|Molly Ivins, A Heroine of Our Time|
Sunday, March 25, 2007
Presented by Paula Pachciarz
Song #1: Raging Grannies: "God Help America" (words by Kay Sather)
What do Molly Ivins and the Raging Grannies have in common? They're boisterous, indignant, joyful, patriotic women, who could not, can not, stand by and see all the inequity in this world without raising hell about it. Molly, too, thought America needed a lot of forgivin', but she didn't fault the American people. She had great faith in people, and great love for them.
Molly Ivins was a big-boned, 6-foot tall red-head, though she changed exactly which shade of red several times over the years, until she lost it all due to chemotherapy. She had an earthy laugh and a voice which has been described as a low, smoky drawl. Molly could expand or contract that Texas drawl depending on who she was talking to and why. Almost every memorial tribute about Molly describes her as a great raconteur and a fabulous conversationalist, but evidently she was not blessed musically. At Molly's funeral, singer Marcia Ball observed, "We've lost a great voice, but not a great singing voice."
Molly never married. That is a short sentence that says nothing about the people she loved and the things she was passionate about. Some people read into it that she was a lesbian. She said that she was not. Can any one doubt that this fearless woman wouldn't have hesitated to come out if that's who she was? In truth, she loved many people: her family, fellow writers, journalists, those who fought against the powerful, even some politicians. She had too many friends to count. She loved many things, from the mundane to the ideal. From barbecue, Lone Star beer, charades, cooking, canoeing, and parties, to the Bill of Rights, representative government, free speech, rule of law, social and economic justice, and, the Texas Observor magazine.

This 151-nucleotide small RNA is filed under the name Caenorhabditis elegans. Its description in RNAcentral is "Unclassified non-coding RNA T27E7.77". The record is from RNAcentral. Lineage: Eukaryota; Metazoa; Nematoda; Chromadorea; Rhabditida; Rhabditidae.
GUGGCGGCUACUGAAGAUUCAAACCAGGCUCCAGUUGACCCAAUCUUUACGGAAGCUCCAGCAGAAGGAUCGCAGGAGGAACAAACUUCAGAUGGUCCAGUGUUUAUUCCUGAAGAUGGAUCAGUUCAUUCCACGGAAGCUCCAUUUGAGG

Molly Ivins was born in Monterey, California, in 1944 but grew up in Houston Texas. She was the middle of three children of Jim and Margot Milne Ivins. Jim was first a Naval officer and then an attorney. A corporate attorney.
Jim Ivins often took his children hiking or sailing, instilling in Molly a love for the outdoors. He also influenced her love of reading and nicknamed her "Mole" for her constant burrowing in books. However, she and her conservative father were at odds at almost all other times. After-dinner discussion on issues of the day could end in "screams and hollers". Her brother, Andy, recalls "If there was ever a contention whether something was white or black, it was between Molly and our father."